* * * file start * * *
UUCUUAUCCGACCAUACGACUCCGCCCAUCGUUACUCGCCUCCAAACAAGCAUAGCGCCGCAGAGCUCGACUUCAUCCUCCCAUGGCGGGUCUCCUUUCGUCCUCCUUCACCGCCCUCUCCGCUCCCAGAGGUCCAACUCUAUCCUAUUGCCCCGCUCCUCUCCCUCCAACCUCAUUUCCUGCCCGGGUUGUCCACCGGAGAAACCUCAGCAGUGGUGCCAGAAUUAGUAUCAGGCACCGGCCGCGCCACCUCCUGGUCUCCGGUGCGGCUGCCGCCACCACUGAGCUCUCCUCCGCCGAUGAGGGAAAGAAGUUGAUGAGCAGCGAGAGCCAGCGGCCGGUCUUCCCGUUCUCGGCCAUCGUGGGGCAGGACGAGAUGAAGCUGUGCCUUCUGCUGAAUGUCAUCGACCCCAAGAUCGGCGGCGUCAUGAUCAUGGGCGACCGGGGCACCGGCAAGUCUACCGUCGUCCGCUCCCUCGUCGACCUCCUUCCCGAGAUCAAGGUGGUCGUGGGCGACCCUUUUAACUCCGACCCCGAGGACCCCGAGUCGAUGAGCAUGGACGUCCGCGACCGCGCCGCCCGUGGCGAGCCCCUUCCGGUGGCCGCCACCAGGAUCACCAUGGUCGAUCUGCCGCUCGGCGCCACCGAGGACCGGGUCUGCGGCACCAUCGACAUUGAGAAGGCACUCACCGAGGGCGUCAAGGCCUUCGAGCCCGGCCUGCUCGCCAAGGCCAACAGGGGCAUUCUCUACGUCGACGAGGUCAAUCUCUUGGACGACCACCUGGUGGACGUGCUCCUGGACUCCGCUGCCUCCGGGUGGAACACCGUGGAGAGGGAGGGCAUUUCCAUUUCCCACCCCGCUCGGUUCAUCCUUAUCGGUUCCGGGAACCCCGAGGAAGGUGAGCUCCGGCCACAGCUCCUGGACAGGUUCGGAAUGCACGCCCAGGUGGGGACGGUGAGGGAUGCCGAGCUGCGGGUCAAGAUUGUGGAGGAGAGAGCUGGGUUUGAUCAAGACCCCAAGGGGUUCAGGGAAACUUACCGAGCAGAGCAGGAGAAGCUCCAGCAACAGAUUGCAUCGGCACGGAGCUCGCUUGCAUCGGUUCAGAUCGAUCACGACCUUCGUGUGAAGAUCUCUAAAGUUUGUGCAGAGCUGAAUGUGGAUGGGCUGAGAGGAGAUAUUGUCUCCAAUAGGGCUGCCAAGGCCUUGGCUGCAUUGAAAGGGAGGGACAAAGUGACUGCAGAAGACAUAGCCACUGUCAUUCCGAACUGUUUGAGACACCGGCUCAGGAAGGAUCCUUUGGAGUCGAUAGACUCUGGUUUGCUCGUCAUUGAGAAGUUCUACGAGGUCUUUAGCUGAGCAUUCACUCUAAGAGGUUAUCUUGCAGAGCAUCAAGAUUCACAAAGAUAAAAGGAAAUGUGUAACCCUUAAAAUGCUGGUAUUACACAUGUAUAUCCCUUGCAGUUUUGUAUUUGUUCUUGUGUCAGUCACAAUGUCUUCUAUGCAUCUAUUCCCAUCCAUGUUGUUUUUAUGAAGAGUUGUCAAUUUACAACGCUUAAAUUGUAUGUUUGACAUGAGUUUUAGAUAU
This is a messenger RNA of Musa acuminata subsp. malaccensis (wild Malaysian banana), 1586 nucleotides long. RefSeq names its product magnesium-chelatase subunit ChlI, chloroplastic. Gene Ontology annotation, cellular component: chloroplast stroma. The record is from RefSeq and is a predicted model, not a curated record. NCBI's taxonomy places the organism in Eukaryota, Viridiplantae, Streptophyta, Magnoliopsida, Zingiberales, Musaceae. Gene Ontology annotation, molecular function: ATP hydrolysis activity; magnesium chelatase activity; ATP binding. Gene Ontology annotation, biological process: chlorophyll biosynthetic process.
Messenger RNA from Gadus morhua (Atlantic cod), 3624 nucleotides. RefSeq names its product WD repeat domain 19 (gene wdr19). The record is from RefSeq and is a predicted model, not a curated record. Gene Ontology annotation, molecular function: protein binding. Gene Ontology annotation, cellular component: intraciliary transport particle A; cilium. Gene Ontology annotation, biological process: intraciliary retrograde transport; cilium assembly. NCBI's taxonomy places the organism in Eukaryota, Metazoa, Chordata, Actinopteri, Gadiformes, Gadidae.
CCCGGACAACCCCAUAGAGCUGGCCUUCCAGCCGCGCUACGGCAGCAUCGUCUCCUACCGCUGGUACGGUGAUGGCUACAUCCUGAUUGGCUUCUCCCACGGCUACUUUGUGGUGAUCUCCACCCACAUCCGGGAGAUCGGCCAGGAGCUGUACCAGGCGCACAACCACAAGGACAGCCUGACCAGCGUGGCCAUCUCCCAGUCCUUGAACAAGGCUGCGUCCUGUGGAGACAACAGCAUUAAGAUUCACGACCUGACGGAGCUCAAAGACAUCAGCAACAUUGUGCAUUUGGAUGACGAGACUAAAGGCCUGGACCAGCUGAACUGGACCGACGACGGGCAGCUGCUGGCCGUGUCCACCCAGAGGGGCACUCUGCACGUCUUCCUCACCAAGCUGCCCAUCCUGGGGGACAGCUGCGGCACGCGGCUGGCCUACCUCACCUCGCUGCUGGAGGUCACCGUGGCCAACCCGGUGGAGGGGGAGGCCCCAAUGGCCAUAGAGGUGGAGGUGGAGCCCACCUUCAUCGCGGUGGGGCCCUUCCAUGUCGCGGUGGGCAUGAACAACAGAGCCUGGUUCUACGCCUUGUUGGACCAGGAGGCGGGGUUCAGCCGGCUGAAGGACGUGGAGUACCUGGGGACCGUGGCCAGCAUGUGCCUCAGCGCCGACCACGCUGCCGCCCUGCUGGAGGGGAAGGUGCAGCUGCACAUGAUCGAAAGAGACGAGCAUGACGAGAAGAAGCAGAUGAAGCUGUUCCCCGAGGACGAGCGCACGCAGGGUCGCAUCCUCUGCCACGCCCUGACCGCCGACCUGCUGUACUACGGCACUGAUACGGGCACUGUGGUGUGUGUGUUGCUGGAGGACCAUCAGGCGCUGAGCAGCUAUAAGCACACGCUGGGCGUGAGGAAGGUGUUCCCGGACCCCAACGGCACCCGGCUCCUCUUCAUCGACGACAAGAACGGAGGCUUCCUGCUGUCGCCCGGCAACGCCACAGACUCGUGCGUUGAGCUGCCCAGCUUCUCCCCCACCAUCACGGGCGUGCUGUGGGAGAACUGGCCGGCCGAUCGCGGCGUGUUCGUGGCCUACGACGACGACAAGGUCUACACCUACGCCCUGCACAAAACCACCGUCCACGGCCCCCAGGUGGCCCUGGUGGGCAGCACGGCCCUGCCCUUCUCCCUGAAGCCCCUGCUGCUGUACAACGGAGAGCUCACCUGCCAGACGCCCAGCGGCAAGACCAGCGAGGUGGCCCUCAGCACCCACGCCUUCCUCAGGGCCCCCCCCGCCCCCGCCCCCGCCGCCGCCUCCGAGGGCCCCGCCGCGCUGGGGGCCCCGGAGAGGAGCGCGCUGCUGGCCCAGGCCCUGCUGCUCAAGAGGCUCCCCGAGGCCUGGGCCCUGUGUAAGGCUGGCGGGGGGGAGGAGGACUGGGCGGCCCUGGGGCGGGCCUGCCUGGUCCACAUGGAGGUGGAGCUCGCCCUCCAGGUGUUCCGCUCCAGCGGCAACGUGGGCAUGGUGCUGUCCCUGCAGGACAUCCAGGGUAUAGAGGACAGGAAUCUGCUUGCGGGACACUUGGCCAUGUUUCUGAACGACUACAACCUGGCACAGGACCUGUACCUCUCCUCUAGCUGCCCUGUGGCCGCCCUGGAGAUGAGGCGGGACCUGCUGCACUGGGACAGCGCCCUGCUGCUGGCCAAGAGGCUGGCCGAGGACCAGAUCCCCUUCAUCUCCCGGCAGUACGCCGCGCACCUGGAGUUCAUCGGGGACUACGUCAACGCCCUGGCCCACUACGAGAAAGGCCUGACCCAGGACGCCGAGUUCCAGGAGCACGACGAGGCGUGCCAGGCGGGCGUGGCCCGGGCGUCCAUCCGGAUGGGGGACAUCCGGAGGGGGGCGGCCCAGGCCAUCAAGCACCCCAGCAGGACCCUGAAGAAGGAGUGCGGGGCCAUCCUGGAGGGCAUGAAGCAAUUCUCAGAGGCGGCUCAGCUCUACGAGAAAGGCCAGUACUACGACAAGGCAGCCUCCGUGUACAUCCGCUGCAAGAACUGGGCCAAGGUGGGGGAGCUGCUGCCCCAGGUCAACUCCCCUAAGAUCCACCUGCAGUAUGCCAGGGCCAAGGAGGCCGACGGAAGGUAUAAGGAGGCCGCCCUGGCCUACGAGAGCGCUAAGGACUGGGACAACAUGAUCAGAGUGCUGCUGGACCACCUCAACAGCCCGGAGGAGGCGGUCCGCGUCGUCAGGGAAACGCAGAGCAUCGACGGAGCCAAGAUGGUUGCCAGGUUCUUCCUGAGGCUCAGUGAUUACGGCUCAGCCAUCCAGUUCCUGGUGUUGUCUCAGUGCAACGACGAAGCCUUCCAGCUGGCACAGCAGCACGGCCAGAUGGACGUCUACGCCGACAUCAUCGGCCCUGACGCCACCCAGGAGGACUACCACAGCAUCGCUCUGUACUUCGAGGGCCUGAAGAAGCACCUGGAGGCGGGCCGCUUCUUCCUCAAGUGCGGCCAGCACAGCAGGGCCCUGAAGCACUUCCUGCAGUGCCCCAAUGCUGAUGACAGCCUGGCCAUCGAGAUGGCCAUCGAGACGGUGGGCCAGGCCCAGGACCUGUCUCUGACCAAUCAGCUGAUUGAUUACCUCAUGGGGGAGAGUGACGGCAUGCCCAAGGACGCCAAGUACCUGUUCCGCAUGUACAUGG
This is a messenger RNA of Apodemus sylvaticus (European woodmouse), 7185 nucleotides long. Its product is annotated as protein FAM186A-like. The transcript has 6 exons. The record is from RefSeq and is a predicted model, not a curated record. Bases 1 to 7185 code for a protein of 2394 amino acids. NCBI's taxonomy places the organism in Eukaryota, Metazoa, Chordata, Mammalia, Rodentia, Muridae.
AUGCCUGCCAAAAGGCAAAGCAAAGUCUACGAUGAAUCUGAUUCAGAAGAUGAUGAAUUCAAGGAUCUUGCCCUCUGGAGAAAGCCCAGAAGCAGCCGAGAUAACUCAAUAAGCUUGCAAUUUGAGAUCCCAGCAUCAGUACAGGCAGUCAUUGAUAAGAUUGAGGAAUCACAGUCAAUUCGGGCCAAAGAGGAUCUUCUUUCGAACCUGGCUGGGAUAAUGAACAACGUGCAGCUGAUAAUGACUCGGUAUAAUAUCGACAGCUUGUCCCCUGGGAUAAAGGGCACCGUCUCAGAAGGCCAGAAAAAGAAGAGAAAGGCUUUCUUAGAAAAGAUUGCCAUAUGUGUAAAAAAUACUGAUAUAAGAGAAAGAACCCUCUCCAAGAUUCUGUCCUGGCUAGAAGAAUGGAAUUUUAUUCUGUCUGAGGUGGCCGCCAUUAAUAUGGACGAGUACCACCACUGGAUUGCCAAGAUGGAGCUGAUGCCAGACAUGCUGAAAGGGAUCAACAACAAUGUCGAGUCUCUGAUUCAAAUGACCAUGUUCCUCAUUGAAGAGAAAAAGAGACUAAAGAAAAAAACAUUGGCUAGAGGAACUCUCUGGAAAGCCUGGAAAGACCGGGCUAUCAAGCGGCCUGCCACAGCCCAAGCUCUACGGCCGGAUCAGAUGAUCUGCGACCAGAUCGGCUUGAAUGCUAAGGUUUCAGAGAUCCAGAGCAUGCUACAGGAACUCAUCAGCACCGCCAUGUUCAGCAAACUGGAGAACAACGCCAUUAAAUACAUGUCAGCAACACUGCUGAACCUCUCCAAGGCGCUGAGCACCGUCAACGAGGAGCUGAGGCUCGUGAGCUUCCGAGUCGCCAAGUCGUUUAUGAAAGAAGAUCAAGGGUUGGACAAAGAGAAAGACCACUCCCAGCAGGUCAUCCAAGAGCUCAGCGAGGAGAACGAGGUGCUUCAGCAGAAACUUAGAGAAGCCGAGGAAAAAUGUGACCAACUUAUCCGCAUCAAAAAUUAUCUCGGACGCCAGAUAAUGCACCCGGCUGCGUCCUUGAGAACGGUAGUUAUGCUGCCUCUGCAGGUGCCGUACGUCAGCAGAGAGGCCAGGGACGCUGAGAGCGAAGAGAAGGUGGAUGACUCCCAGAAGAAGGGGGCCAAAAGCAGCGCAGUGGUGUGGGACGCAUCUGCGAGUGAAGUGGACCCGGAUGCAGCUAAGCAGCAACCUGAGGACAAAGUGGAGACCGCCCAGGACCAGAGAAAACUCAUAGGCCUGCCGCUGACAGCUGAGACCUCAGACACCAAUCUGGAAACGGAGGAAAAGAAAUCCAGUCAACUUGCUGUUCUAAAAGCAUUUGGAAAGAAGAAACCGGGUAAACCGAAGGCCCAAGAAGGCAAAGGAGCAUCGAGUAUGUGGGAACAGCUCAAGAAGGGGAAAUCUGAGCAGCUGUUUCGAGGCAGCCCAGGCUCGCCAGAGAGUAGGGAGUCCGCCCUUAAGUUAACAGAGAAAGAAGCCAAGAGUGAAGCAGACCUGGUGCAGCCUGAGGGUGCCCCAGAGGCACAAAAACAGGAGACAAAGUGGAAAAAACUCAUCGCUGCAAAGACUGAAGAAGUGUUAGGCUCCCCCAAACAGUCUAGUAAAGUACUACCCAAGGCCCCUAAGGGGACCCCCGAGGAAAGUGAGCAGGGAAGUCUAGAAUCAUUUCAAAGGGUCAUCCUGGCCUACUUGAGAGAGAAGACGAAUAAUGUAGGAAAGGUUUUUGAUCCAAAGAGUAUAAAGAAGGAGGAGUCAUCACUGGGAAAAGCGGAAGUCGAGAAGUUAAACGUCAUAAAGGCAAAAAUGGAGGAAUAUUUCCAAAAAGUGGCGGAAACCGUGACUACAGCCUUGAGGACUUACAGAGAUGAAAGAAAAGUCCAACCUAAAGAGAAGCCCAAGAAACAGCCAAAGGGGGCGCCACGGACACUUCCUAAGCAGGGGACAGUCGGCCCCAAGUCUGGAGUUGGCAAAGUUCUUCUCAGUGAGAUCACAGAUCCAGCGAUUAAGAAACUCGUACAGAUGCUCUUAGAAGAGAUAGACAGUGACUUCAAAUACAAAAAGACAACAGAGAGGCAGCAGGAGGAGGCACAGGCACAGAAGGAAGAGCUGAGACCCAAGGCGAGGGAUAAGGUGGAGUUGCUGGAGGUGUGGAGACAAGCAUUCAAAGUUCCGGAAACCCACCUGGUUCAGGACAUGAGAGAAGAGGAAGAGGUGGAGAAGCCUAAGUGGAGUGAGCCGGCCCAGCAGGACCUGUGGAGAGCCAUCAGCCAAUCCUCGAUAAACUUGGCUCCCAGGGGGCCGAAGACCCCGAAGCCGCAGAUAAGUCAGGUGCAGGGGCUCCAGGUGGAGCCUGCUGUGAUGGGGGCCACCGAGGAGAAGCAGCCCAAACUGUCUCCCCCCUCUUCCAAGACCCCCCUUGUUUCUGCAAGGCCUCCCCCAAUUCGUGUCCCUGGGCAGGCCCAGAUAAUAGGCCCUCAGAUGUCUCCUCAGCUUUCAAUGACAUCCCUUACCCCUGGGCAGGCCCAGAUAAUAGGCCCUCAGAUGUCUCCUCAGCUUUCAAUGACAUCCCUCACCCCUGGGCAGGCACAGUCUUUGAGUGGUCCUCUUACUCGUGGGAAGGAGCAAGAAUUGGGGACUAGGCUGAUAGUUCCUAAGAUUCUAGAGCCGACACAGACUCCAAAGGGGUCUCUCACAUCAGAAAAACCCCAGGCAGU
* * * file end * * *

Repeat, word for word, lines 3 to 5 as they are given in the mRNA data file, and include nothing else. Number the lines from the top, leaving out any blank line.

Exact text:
Messenger RNA from Gadus morhua (Atlantic cod), 3624 nucleotides. RefSeq names its product WD repeat domain 19 (gene wdr19). The record is from RefSeq and is a predicted model, not a curated record. Gene Ontology annotation, molecular function: protein binding. Gene Ontology annotation, cellular component: intraciliary transport particle A; cilium. Gene Ontology annotation, biological process: intraciliary retrograde transport; cilium assembly. NCBI's taxonomy places the organism in Eukaryota, Metazoa, Chordata, Actinopteri, Gadiformes, Gadidae.
CCCGGACAACCCCAUAGAGCUGGCCUUCCAGCCGCGCUACGGCAGCAUCGUCUCCUACCGCUGGUACGGUGAUGGCUACAUCCUGAUUGGCUUCUCCCACGGCUACUUUGUGGUGAUCUCCACCCACAUCCGGGAGAUCGGCCAGGAGCUGUACCAGGCGCACAACCACAAGGACAGCCUGACCAGCGUGGCCAUCUCCCAGUCCUUGAACAAGGCUGCGUCCUGUGGAGACAACAGCAUUAAGAUUCACGACCUGACGGAGCUCAAAGACAUCAGCAACAUUGUGCAUUUGGAUGACGAGACUAAAGGCCUGGACCAGCUGAACUGGACCGACGACGGGCAGCUGCUGGCCGUGUCCACCCAGAGGGGCACUCUGCACGUCUUCCUCACCAAGCUGCCCAUCCUGGGGGACAGCUGCGGCACGCGGCUGGCCUACCUCACCUCGCUGCUGGAGGUCACCGUGGCCAACCCGGUGGAGGGGGAGGCCCCAAUGGCCAUAGAGGUGGAGGUGGAGCCCACCUUCAUCGCGGUGGGGCCCUUCCAUGUCGCGGUGGGCAUGAACAACAGAGCCUGGUUCUACGCCUUGUUGGACCAGGAGGCGGGGUUCAGCCGGCUGAAGGACGUGGAGUACCUGGGGACCGUGGCCAGCAUGUGCCUCAGCGCCGACCACGCUGCCGCCCUGCUGGAGGGGAAGGUGCAGCUGCACAUGAUCGAAAGAGACGAGCAUGACGAGAAGAAGCAGAUGAAGCUGUUCCCCGAGGACGAGCGCACGCAGGGUCGCAUCCUCUGCCACGCCCUGACCGCCGACCUGCUGUACUACGGCACUGAUACGGGCACUGUGGUGUGUGUGUUGCUGGAGGACCAUCAGGCGCUGAGCAGCUAUAAGCACACGCUGGGCGUGAGGAAGGUGUUCCCGGACCCCAACGGCACCCGGCUCCUCUUCAUCGACGACAAGAACGGAGGCUUCCUGCUGUCGCCCGGCAACGCCACAGACUCGUGCGUUGAGCUGCCCAGCUUCUCCCCCACCAUCACGGGCGUGCUGUGGGAGAACUGGCCGGCCGAUCGCGGCGUGUUCGUGGCCUACGACGACGACAAGGUCUACACCUACGCCCUGCACAAAACCACCGUCCACGGCCCCCAGGUGGCCCUGGUGGGCAGCACGGCCCUGCCCUUCUCCCUGAAGCCCCUGCUGCUGUACAACGGAGAGCUCACCUGCCAGACGCCCAGCGGCAAGACCAGCGAGGUGGCCCUCAGCACCCACGCCUUCCUCAGGGCCCCCCCCGCCCCCGCCCCCGCCGCCGCCUCCGAGGGCCCCGCCGCGCUGGGGGCCCCGGAGAGGAGCGCGCUGCUGGCCCAGGCCCUGCUGCUCAAGAGGCUCCCCGAGGCCUGGGCCCUGUGUAAGGCUGGCGGGGGGGAGGAGGACUGGGCGGCCCUGGGGCGGGCCUGCCUGGUCCACAUGGAGGUGGAGCUCGCCCUCCAGGUGUUCCGCUCCAGCGGCAACGUGGGCAUGGUGCUGUCCCUGCAGGACAUCCAGGGUAUAGAGGACAGGAAUCUGCUUGCGGGACACUUGGCCAUGUUUCUGAACGACUACAACCUGGCACAGGACCUGUACCUCUCCUCUAGCUGCCCUGUGGCCGCCCUGGAGAUGAGGCGGGACCUGCUGCACUGGGACAGCGCCCUGCUGCUGGCCAAGAGGCUGGCCGAGGACCAGAUCCCCUUCAUCUCCCGGCAGUACGCCGCGCACCUGGAGUUCAUCGGGGACUACGUCAACGCCCUGGCCCACUACGAGAAAGGCCUGACCCAGGACGCCGAGUUCCAGGAGCACGACGAGGCGUGCCAGGCGGGCGUGGCCCGGGCGUCCAUCCGGAUGGGGGACAUCCGGAGGGGGGCGGCCCAGGCCAUCAAGCACCCCAGCAGGACCCUGAAGAAGGAGUGCGGGGCCAUCCUGGAGGGCAUGAAGCAAUUCUCAGAGGCGGCUCAGCUCUACGAGAAAGGCCAGUACUACGACAAGGCAGCCUCCGUGUACAUCCGCUGCAAGAACUGGGCCAAGGUGGGGGAGCUGCUGCCCCAGGUCAACUCCCCUAAGAUCCACCUGCAGUAUGCCAGGGCCAAGGAGGCCGACGGAAGGUAUAAGGAGGCCGCCCUGGCCUACGAGAGCGCUAAGGACUGGGACAACAUGAUCAGAGUGCUGCUGGACCACCUCAACAGCCCGGAGGAGGCGGUCCGCGUCGUCAGGGAAACGCAGAGCAUCGACGGAGCCAAGAUGGUUGCCAGGUUCUUCCUGAGGCUCAGUGAUUACGGCUCAGCCAUCCAGUUCCUGGUGUUGUCUCAGUGCAACGACGAAGCCUUCCAGCUGGCACAGCAGCACGGCCAGAUGGACGUCUACGCCGACAUCAUCGGCCCUGACGCCACCCAGGAGGACUACCACAGCAUCGCUCUGUACUUCGAGGGCCUGAAGAAGCACCUGGAGGCGGGCCGCUUCUUCCUCAAGUGCGGCCAGCACAGCAGGGCCCUGAAGCACUUCCUGCAGUGCCCCAAUGCUGAUGACAGCCUGGCCAUCGAGAUGGCCAUCGAGACGGUGGGCCAGGCCCAGGACCUGUCUCUGACCAAUCAGCUGAUUGAUUACCUCAUGGGGGAGAGUGACGGCAUGCCCAAGGACGCCAAGUACCUGUUCCGCAUGUACAUGG
This is a messenger RNA of Apodemus sylvaticus (European woodmouse), 7185 nucleotides long. Its product is annotated as protein FAM186A-like. The transcript has 6 exons. The record is from RefSeq and is a predicted model, not a curated record. Bases 1 to 7185 code for a protein of 2394 amino acids. NCBI's taxonomy places the organism in Eukaryota, Metazoa, Chordata, Mammalia, Rodentia, Muridae.